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Event shows how important time is with strokes




When it comes to a stroke, time saved is brain saved.

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When it comes to a stroke, time saved is brain saved.

That was the message shared at a public event Thursday evening at Hays Medical Center. May is National Stroke Awareness Month, and the event was intended to educate locals about the symptoms and treatments of stroke, said Carol Groen, director of emergency and outpatient nursing services.

"One of our biggest challenges is for patients to come to us in a timely manner," Groen said. "It's not unusual for patients to wait 12 to 24 hours. They don't recognize the symptoms; they think they'll get better. Maybe they're even afraid to come."

Guest speaker for the evening was Dr. Colleen Lechtenberg, medical director of the stroke program at University of Kansas Medical Center in Kansas City, Kan.

A stroke occurs when bloodflow to the brain is obstructed, most often due to a blocked blood vessel.

Symptoms of a stroke vary in severity and are determined by which part of the brain is affected. A stroke in the right part of the brain affects the left side of the body, and vice versa, Lechtenberg said.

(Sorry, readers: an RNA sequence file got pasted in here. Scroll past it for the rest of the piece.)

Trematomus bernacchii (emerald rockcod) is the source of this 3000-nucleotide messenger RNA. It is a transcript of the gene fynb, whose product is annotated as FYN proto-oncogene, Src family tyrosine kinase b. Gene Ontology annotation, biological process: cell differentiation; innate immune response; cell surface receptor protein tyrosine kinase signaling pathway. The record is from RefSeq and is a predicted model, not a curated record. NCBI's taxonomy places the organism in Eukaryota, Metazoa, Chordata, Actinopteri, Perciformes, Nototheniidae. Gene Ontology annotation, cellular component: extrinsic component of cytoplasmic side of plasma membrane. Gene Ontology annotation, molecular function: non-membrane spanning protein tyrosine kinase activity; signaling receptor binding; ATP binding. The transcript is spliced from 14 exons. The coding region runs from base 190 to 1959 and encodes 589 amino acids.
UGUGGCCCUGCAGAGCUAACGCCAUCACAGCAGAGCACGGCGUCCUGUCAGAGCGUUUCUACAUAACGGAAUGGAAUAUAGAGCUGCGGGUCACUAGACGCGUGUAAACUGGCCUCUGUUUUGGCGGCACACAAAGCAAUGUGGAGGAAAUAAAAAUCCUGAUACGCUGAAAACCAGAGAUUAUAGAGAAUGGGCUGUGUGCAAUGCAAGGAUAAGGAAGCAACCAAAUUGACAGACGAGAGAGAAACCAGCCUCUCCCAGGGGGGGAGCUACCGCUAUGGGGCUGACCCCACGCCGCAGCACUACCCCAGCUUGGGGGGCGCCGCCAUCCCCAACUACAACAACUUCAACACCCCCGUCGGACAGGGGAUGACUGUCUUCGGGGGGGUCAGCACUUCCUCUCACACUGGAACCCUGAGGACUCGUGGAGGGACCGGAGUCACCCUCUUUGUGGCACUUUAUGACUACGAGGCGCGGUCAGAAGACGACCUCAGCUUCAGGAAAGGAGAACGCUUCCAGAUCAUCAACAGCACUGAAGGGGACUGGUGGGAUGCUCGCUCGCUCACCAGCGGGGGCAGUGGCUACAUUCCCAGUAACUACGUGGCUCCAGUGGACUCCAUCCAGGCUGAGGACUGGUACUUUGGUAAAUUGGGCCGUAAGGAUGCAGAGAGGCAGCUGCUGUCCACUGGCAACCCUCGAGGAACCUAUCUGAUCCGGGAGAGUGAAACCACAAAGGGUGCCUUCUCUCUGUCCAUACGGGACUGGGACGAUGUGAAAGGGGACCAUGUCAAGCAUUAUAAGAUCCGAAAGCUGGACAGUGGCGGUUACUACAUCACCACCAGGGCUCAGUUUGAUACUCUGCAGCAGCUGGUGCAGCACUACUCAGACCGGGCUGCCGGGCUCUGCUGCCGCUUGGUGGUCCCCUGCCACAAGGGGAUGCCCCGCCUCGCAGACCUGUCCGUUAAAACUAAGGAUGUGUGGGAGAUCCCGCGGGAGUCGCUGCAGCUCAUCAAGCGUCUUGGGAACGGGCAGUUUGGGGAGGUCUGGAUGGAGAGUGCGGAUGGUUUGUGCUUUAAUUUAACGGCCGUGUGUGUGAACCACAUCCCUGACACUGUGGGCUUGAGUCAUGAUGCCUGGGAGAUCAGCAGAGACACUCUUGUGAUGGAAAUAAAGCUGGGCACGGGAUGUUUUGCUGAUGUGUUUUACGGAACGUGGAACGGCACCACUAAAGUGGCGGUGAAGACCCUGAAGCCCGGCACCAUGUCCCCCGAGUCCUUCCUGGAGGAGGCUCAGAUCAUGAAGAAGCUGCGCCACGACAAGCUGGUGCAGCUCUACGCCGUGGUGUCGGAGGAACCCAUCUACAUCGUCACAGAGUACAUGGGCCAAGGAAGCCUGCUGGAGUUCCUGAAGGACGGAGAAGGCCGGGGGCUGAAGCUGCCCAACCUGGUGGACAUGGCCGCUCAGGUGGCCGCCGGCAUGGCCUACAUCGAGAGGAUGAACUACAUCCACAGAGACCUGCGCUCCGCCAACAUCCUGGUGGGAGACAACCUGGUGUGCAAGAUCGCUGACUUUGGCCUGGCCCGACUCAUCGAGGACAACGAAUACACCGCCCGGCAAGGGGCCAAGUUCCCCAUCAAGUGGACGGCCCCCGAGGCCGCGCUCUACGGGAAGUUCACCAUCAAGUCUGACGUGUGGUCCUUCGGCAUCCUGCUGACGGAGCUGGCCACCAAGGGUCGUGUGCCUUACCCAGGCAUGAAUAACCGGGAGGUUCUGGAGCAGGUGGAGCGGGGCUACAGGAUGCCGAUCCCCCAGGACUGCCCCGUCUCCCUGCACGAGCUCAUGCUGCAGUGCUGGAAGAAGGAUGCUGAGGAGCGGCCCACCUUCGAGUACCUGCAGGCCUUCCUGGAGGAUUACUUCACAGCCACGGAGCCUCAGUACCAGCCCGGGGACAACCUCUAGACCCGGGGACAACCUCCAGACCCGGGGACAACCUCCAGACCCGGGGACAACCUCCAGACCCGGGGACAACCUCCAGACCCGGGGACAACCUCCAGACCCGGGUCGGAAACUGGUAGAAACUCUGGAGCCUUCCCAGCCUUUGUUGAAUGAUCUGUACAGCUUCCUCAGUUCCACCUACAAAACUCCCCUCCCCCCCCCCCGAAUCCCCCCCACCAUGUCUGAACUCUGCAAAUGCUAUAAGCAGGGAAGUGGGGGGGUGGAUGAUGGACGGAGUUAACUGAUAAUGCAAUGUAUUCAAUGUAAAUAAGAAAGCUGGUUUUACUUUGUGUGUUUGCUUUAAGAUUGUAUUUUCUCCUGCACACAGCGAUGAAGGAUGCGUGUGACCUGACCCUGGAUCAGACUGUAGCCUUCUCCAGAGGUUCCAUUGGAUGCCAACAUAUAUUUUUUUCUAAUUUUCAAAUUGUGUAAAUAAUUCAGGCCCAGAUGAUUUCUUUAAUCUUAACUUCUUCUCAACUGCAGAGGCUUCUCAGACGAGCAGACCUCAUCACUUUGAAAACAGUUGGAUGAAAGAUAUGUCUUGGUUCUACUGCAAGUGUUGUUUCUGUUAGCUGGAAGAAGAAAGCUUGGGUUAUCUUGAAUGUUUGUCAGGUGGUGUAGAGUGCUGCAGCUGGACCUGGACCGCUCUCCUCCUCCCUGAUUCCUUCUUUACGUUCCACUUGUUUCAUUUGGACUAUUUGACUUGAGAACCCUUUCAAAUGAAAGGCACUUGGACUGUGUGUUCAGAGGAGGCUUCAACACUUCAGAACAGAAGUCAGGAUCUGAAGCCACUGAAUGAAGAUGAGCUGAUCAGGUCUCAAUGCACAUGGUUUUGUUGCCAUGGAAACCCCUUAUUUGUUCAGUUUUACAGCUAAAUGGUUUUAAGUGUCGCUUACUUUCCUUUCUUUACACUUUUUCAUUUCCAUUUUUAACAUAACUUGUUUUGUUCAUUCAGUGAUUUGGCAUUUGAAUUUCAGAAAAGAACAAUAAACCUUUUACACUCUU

Common symptoms include drooping facial features, inability to move one side of the body, slurred speech or sudden confusion.

Any time a stroke is suspected, victims or bystanders should call 911 immediately, she said, noting that has proven to be the quickest and safest way to reach help, even in rural areas.

"If you think somebody's having a stroke, just call 911," she said.

It's estimated 32,000 brain cells die each second during a stroke. Thus, seeking help immediately is important to help preserve healthy brain tissue and limit the amount of damage, she said.

A recent statewide initiative called Kansas Initiative for Stroke Survival helps educate and prepare small hospitals with the protocol and drugs to treat stroke patients, Lechtenberg said.

Nearly 40 small hospitals, including several facilities in northwest Kansas, have been declared emergent stroke ready as part of the initiative.

"It's a really big accomplishment for our state," she said, noting the treatment rate of emergent stroke patients has begun to increase since the initiative started in 2010.

It's estimated 80 percent of strokes are preventable, Lechtenberg said, noting tobacco use, high blood pressure and uncontrolled diabetes are thought to increase risk.

More than 30 people attended the event, which is part of a quarterly Coffee & Conversation group that meets at HaysMed to discuss cardiac issues.

Debra Gross of Hays was among those in attendance.

"I have had open-heart surgery, so I just wanted to come and listen just to see if there's anything else I can do to prevent it," she said.